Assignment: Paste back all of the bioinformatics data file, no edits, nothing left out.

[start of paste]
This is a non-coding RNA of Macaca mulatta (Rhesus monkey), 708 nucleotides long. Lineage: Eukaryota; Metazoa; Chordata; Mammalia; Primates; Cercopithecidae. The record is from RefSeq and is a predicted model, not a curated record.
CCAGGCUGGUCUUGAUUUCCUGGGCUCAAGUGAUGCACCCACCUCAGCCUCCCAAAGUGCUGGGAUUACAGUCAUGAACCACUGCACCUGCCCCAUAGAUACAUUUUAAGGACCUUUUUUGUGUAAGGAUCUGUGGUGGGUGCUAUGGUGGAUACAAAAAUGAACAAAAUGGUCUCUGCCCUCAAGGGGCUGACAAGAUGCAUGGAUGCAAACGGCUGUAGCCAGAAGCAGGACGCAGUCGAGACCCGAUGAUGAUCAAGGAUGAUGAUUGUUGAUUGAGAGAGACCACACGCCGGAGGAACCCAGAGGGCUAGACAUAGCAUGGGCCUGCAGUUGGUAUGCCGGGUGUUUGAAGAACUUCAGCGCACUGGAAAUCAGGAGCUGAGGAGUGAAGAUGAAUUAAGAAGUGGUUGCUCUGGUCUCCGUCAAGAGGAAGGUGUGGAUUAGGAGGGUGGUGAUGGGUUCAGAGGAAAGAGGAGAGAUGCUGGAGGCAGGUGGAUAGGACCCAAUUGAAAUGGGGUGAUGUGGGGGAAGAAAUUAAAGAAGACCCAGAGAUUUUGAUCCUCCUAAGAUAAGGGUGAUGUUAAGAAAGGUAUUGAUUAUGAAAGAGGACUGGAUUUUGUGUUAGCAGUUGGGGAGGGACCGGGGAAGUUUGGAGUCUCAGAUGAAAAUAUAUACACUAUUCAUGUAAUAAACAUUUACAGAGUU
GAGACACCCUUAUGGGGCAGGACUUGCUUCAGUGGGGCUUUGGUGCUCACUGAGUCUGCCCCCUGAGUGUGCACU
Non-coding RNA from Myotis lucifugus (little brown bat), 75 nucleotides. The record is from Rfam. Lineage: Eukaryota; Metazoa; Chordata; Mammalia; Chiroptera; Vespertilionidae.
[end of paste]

This is a non-coding RNA of Macaca mulatta (Rhesus monkey), 708 nucleotides long. Lineage: Eukaryota; Metazoa; Chordata; Mammalia; Primates; Cercopithecidae. The record is from RefSeq and is a predicted model, not a curated record.
CCAGGCUGGUCUUGAUUUCCUGGGCUCAAGUGAUGCACCCACCUCAGCCUCCCAAAGUGCUGGGAUUACAGUCAUGAACCACUGCACCUGCCCCAUAGAUACAUUUUAAGGACCUUUUUUGUGUAAGGAUCUGUGGUGGGUGCUAUGGUGGAUACAAAAAUGAACAAAAUGGUCUCUGCCCUCAAGGGGCUGACAAGAUGCAUGGAUGCAAACGGCUGUAGCCAGAAGCAGGACGCAGUCGAGACCCGAUGAUGAUCAAGGAUGAUGAUUGUUGAUUGAGAGAGACCACACGCCGGAGGAACCCAGAGGGCUAGACAUAGCAUGGGCCUGCAGUUGGUAUGCCGGGUGUUUGAAGAACUUCAGCGCACUGGAAAUCAGGAGCUGAGGAGUGAAGAUGAAUUAAGAAGUGGUUGCUCUGGUCUCCGUCAAGAGGAAGGUGUGGAUUAGGAGGGUGGUGAUGGGUUCAGAGGAAAGAGGAGAGAUGCUGGAGGCAGGUGGAUAGGACCCAAUUGAAAUGGGGUGAUGUGGGGGAAGAAAUUAAAGAAGACCCAGAGAUUUUGAUCCUCCUAAGAUAAGGGUGAUGUUAAGAAAGGUAUUGAUUAUGAAAGAGGACUGGAUUUUGUGUUAGCAGUUGGGGAGGGACCGGGGAAGUUUGGAGUCUCAGAUGAAAAUAUAUACACUAUUCAUGUAAUAAACAUUUACAGAGUU
GAGACACCCUUAUGGGGCAGGACUUGCUUCAGUGGGGCUUUGGUGCUCACUGAGUCUGCCCCCUGAGUGUGCACU
Non-coding RNA from Myotis lucifugus (little brown bat), 75 nucleotides. The record is from Rfam. Lineage: Eukaryota; Metazoa; Chordata; Mammalia; Chiroptera; Vespertilionidae.